BETTER BULLETINS

Words by Ryan Stuart
Photos by Colin Garritty

Avalanche Canada comes to the Island.

 
 

Colin Garritty has an enviable job. Four days a week, all winter long, he gets paid to ski and snowmobile the mountains of Vancouver Island. Somewhere different every day. Locations like: Mount Cain, the Prince of Wales Range, the Beadnell snowmobile area, Mount Apps, and Paradise Meadows. In a couple weeks he ticks off more objectives than many backcountry skiers accomplish in a season. He admits there’s plenty of fun sledding and skiing involved, but his work is serious: Garritty is an avalanche field technician and forecaster for Avalanche Canada. 

“I feel a lot of responsibility,” he says.

Avalanche Canada is a national nonprofit that forecasts avalanche danger across the country and throughout British Columbia. Last winter the Revelstoke-based organization took over avalanche forecasting for Vancouver Island, increasing the frequency and rigour of the information used by a growing backcountry community to stay safe. 

“Vancouver Island is a region that should have had the full involvement of Avalanche Canada for a long time,” says Gilles Valade, the organization’s executive director. “Securing stable and long-term funding made the expansion possible.” 

The Vancouver Island Avalanche Centre Society (VIACS) had been producing weekly avalanche forecasts for the Island since 2005. But it was volunteer run and relied on donations. In 2018, the federal government created a $25-million endowment to expand Avalanche Canada’s forecasting to new regions. The money hinged on provincial support. In 2021, the BC government finally announced its own commitment of $10 million for 10 years, allowing Avalanche Canada to take over from VIACS.

Last fall, Avalanche Canada hired a local three-person field team that included Garritty, who had already worked for Avalanche Canada for several years and had recently moved to Campbell River. The organization also provided a truck, three snowmobiles, and a Campbell River office space for the team. VIACS had none of those things. 

These changes allow the field team to be out on the snow at least four days a week, substantially more than VIACS could afford. They also mean daily, versus weekly forecasts, which translates into more useful information, says Garrity. 

With the Island’s active weather, conditions are often starkly different from a forecast made several days before, so more frequent avalanche bulletins provide more accurate information for people making decisions that their lives may depend on. A few more degrees Celsius, or 10 more centimetres of snow, can change the forecasted avalanche danger from moderate to high. For many, that’s the difference between going skiing and staying home.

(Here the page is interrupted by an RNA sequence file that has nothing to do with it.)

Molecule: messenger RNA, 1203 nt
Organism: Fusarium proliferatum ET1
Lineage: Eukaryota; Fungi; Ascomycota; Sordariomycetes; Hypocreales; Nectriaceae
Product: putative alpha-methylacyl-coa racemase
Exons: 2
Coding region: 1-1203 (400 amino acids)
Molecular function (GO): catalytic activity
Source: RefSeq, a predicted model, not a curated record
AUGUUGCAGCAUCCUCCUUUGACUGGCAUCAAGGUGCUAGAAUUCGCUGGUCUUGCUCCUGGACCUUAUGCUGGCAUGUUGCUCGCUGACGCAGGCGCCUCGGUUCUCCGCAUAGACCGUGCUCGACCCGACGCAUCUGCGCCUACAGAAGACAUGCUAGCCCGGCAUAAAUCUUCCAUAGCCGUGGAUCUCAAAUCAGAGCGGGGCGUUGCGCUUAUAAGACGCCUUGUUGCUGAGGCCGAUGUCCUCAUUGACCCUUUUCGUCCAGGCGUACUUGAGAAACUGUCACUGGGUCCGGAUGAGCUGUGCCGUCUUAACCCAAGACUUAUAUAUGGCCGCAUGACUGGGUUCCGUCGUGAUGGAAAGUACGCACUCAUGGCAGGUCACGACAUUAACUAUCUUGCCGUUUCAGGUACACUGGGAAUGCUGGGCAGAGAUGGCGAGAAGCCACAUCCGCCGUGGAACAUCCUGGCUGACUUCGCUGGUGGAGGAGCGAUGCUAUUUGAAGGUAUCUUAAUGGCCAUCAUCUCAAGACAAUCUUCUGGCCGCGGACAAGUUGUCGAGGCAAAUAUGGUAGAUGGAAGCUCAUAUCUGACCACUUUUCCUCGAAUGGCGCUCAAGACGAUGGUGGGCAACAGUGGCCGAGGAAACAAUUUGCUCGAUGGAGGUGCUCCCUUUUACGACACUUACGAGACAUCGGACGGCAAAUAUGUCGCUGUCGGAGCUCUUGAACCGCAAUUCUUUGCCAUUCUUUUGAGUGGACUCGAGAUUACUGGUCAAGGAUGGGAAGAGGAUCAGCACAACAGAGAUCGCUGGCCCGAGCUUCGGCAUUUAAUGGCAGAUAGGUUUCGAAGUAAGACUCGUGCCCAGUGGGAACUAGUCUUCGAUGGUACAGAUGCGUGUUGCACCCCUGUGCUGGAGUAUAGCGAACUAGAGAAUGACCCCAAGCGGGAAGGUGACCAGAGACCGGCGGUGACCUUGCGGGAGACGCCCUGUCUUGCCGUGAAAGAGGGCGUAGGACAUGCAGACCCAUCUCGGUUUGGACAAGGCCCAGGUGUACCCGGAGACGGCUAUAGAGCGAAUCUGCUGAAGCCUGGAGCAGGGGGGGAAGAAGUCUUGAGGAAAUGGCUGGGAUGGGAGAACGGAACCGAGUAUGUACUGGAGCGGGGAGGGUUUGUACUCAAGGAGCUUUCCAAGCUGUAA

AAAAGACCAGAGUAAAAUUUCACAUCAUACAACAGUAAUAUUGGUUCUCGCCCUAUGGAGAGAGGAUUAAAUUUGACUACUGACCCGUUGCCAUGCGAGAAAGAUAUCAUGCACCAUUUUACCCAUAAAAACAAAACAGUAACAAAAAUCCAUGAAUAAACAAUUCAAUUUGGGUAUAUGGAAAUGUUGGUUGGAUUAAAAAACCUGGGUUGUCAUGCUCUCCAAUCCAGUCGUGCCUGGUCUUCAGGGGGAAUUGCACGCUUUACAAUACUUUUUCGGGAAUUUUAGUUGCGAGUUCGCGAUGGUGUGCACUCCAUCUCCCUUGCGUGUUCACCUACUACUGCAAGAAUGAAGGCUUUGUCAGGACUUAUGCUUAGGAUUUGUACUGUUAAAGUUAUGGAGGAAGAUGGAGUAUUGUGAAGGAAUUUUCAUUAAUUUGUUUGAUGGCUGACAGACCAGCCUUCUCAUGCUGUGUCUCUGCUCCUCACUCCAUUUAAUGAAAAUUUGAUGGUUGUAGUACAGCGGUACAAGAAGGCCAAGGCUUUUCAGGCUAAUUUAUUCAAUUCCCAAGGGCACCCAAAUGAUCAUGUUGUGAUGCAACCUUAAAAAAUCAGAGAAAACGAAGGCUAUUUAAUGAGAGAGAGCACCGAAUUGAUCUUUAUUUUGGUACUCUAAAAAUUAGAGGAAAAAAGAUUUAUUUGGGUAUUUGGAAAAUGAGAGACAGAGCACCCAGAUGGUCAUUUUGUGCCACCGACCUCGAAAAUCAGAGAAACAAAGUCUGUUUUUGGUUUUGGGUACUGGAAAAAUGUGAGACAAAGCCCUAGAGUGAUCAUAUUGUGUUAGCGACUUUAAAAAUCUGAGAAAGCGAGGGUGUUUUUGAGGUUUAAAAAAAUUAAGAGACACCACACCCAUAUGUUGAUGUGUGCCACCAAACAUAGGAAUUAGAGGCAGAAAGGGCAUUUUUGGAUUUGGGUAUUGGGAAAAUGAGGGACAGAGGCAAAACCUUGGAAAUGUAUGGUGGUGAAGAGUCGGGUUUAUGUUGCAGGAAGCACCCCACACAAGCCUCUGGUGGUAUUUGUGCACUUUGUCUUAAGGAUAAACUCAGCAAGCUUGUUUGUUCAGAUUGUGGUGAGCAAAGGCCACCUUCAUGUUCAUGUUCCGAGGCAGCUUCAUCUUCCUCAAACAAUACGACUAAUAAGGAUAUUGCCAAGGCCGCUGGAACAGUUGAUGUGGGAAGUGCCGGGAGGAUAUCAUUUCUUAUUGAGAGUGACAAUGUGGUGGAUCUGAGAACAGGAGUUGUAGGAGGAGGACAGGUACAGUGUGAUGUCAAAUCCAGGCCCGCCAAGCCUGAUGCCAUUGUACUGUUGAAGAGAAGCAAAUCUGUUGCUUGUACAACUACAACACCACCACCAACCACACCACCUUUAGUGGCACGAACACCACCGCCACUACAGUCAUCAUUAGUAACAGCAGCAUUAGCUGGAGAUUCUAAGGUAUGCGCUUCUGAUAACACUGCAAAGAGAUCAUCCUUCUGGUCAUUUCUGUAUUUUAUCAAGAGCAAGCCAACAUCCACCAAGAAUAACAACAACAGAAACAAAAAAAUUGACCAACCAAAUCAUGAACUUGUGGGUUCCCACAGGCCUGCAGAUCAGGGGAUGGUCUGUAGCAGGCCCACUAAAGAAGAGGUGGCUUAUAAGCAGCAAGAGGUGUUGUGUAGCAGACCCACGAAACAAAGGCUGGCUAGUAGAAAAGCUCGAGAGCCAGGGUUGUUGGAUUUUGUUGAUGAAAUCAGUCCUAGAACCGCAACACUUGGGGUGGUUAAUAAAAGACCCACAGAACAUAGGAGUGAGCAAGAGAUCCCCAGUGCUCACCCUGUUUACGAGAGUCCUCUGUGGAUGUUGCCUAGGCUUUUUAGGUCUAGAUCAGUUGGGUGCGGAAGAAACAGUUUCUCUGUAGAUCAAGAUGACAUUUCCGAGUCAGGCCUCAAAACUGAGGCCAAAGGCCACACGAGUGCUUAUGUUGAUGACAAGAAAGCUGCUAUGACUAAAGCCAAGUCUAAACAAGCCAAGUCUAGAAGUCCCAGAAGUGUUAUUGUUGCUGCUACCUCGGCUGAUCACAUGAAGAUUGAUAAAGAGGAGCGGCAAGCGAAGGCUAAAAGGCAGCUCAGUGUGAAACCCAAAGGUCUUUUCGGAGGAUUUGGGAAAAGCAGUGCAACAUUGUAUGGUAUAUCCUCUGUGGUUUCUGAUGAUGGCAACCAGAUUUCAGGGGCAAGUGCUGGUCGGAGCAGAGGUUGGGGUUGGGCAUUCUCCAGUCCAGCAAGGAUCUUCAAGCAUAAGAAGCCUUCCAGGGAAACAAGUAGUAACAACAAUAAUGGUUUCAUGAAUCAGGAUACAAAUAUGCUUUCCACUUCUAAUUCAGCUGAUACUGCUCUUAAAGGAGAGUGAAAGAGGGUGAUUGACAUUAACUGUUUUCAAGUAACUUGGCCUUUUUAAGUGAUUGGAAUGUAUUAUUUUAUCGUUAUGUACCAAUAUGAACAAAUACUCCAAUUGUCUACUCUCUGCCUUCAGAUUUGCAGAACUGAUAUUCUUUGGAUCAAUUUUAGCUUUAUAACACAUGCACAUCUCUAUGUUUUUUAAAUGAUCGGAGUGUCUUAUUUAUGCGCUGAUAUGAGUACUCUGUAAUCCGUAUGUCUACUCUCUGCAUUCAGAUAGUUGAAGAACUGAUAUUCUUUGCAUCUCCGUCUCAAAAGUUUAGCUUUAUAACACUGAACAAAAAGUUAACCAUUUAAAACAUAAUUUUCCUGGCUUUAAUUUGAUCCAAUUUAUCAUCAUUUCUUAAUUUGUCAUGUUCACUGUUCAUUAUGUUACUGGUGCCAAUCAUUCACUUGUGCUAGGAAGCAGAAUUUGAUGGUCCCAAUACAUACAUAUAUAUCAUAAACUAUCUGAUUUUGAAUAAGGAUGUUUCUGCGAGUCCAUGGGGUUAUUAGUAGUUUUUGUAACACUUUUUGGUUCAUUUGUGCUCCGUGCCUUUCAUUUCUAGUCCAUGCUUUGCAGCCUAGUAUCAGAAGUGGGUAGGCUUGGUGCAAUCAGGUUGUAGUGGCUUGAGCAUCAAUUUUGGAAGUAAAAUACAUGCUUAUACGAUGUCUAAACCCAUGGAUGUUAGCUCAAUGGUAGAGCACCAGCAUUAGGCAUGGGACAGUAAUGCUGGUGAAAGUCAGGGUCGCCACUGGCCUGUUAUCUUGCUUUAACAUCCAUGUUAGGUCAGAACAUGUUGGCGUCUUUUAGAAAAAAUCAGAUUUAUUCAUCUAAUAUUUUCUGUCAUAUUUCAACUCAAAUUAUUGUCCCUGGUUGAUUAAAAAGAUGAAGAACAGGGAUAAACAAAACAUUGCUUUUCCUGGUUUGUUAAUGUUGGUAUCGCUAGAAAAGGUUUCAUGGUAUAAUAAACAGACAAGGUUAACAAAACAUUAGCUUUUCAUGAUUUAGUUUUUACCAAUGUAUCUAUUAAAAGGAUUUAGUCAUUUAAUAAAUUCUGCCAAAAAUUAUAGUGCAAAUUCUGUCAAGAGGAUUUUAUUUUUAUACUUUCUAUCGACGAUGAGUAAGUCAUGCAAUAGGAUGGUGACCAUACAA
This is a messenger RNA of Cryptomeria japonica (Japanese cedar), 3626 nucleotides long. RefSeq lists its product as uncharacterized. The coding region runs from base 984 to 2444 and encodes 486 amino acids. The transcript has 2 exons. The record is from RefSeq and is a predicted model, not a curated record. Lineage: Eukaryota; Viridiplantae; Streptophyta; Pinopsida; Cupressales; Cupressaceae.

Each week, Garrity and his team look at the weather forecast, snow conditions and reports of recent avalanche incidents. To get a good geographic sense of the snowpack across the Island, they also consider where they have and haven’t visited lately. They take all that information and create a plan. 

“We think about how to build on the information we have,” he says.

If they know there’s a storm coming, they’ll build the week around that. Before it arrives, they want to visit a location where they can gather observations on the snow surface and snowpack. During the storm, they want to get out in it to see what’s going on and test how the new snow is bonding to the old. And afterwards, they’ll head to the alpine to look for avalanche activity.

Each day, they return from the field and submit their observations (along with any reports from the public) to Avalanche Canada. A team of forecasters based in Revelstoke writes the forecast for the Island—and all other regions of the country—and posts it to avalanche.ca. 

This year, two new developments will make the forecasts more relevant and reach new people.

The first is an increase in local forecasting. Instead of breaking the province into 14 fixed geographic regions, all the mountainous areas of Vancouver Island being one of them, forecasters can now make forecasts specific to 92 subregions, including north, south, and mid-Vancouver Island. That means if it dumps at Mount Cain, but Paradise Meadows only gets a dusting, forecasters don’t have to waste valuable words explaining the variability. They’ll just write separate forecasts.

“It gives us the ability to be more accurate and specific,” Garritty says. 

The second change is that Avalanche Canada is expanding its youth education program to Vancouver Island this winter, bringing its avalanche curriculum into classrooms.

“Youth education is proven to work,” says Valade. “The younger you get their attention with safety, the better the buy-in, long term.” 

It’s all part of the organization’s goal to make the winter backcountry safer, even as it gets busier.

“My hope is that Avalanche Canada’s presence sets up a centre of gravity,” Garrity says. “I hope it helps build a safety-oriented backcountry community on the Island.”




Category: Volume 32